The stars have aligned and the potential for severe turbulences that will affect both the global financial system and the budgetary stability of many states has never been so high. Various indicators have pointed to extreme fragility that has arisen from the continuous worsening of corporate, household and government debt. While all of these players accumulated a debt of 250 per cent of global GDP in 2008, the ratio has now reached 360 per cent as per the Institute of International Finance. Such levels have never been reached in times of peace.
While the quantity of debt has ballooned, the qualitative side is also a cause for concern as the unprecedented concentration of wealth greatly exceeds that of the national GDP. For a long time, various wealth measurement indices were used to track the progress of economic activities but today a fundamental divergence has occurred. While these tracking methods remain, production has remained stagnant and this goes in counter with economic growth as real wealth has not improved.
A study by McKinsey found that the deterioration in the quality of debtors is the main culprit in their inability to repay. This is probably the reason why central banks had many qualms about raising its interest rates when inflationary pressure started to grow; because these banks were informed by these “outdated” measures of wealth which were in fact only a gigantic smokescreen hiding an army of struggling debtors.
As inflationary pressures continue to mount, nominal rates will climb as well. Instability becomes more apparent with an unregulated, unsupervised, non-transparent shadow financial system. All this only exacerbates the burden of debt. Systemic risk is therefore fast approaching where in the near future, international actors will start to question the way in which certain countries — extraordinarily indebted — can continue their lifestyle.
Worried about Britain’s deficits, former Bank of England Governor Mark Carney had this significant repartee saying his country “lives on the generosity of foreigners”. He was thinking of the time when states were governed by the rule of trying to reduce public deficits during economic upturns. That era is well and truly over as we have become accustomed to spending lavishing, but also because we had very rare grace periods over the past 20 years.
The countercyclical doctrine of Keynes advocates that states pursue policies to drive demand, which often is through spending more and this is translated to actors opting to refinance their public debt eternally, maturity after maturity. But let’s face it: we have all known for a long time that some countries are technically bankrupt. In short, many nations of this world — powerful and respectable — live today on the generosity of others. The moment of truth is approaching for many of these sovereign debts which must also undergo an escalation of their financing costs. However, the fact is that real inflationary crises have always been caused by uncontrollable public deficits. The current inflation rates we have suffered so far may only be an appetiser if the markets decree that certain public debts are simply no longer sustainable for certain countries in virtual bankruptcy.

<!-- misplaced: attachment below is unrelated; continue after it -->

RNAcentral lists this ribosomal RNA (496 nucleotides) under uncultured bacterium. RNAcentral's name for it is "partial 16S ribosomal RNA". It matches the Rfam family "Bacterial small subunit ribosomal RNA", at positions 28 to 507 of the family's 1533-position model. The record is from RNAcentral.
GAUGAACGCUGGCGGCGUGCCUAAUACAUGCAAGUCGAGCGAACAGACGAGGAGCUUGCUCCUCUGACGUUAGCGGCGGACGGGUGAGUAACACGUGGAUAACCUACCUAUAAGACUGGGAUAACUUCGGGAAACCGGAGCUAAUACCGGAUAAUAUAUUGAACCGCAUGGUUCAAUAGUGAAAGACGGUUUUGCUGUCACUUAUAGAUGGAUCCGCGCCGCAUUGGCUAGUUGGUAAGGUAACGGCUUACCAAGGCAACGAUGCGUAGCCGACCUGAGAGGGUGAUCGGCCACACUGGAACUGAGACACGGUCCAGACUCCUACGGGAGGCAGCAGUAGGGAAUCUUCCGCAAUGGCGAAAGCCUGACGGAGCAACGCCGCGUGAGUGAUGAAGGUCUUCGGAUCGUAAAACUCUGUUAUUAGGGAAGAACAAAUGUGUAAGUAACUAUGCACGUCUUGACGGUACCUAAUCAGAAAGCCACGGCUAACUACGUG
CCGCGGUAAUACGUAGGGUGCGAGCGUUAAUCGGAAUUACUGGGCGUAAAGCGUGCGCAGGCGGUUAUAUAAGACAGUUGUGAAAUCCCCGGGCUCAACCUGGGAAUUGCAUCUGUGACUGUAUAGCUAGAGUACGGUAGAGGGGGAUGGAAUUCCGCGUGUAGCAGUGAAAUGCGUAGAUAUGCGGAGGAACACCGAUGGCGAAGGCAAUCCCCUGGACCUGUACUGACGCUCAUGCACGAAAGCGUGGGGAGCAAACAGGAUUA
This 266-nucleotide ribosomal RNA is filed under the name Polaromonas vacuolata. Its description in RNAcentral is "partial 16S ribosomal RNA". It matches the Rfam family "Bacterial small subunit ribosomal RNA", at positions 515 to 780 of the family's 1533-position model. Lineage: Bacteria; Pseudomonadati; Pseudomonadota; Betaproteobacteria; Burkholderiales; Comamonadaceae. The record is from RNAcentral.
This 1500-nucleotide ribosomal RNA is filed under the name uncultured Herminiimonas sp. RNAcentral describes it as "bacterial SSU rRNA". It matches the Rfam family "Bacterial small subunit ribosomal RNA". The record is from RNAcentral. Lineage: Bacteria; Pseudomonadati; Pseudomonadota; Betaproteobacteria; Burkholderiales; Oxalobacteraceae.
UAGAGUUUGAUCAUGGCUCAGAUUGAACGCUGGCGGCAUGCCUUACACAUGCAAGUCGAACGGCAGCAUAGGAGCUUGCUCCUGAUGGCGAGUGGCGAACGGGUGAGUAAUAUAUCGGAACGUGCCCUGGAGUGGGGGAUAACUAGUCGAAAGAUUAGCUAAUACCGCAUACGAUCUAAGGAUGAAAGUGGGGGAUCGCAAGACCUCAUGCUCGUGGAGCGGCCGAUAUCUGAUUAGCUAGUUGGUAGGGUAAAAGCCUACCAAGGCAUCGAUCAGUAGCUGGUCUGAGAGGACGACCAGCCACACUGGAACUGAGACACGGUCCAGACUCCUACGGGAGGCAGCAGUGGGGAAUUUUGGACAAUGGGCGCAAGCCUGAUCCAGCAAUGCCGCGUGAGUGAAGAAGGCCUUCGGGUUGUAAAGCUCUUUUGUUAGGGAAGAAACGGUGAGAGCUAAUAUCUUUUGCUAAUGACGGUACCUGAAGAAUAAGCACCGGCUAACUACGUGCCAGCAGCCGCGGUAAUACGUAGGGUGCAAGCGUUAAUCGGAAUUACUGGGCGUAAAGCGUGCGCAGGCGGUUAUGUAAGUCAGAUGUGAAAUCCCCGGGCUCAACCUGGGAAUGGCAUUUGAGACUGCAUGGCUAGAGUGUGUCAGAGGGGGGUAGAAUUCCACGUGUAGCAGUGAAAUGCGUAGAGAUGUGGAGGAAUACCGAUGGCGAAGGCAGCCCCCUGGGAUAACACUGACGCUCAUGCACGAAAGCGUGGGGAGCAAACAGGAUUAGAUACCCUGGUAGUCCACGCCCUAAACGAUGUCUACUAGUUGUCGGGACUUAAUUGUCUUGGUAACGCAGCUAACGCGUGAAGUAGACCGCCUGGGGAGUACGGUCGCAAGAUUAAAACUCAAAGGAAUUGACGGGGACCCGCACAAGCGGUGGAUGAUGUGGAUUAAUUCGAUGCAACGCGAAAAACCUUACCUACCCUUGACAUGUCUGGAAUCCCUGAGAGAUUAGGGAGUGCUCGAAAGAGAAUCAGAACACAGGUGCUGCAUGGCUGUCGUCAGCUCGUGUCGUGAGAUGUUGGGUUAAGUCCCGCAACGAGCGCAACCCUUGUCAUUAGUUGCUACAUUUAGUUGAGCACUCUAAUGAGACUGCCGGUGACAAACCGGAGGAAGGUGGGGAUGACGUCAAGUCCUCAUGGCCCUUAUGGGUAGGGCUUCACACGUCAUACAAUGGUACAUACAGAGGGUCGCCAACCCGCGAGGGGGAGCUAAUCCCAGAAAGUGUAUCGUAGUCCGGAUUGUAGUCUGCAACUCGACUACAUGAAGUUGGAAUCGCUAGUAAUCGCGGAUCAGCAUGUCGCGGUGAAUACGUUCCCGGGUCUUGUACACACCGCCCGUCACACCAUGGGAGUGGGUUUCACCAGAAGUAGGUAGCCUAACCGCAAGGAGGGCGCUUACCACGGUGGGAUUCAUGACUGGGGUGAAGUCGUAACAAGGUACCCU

How then can central banks continue their rate hikes without harming the ability for repayment of public debts? How do they hope to fight inflation without aggressively raising their rates? In fact, the whole chain is contaminated, because the central banks themselves are under the mercy of the venerable Swiss National Bank, which has just announced a loss of more than 130 billion Swiss francs in 2022 (i.e. nearly 20 per cent of the confederation’s GDP!). No one is safe any longer, not even the central banks, whose salvation was expected during successive crises and who have actively participated in the rescue of the system — of which they are an integral part. The worm is really in the fruit, and the system begins to rot if central banks of such stature announce such massive underperformance.
The economy, the financial markets, sovereign debts, and private debts, are all fundamental links that constitute a very complex system that can remain stable for a long time, then literally tip over in a very sudden and brutal way. How can we still believe in such a system if a new major crisis were to arise?
For more information about Michel Santi, visit his website: michelsanti.fr/en
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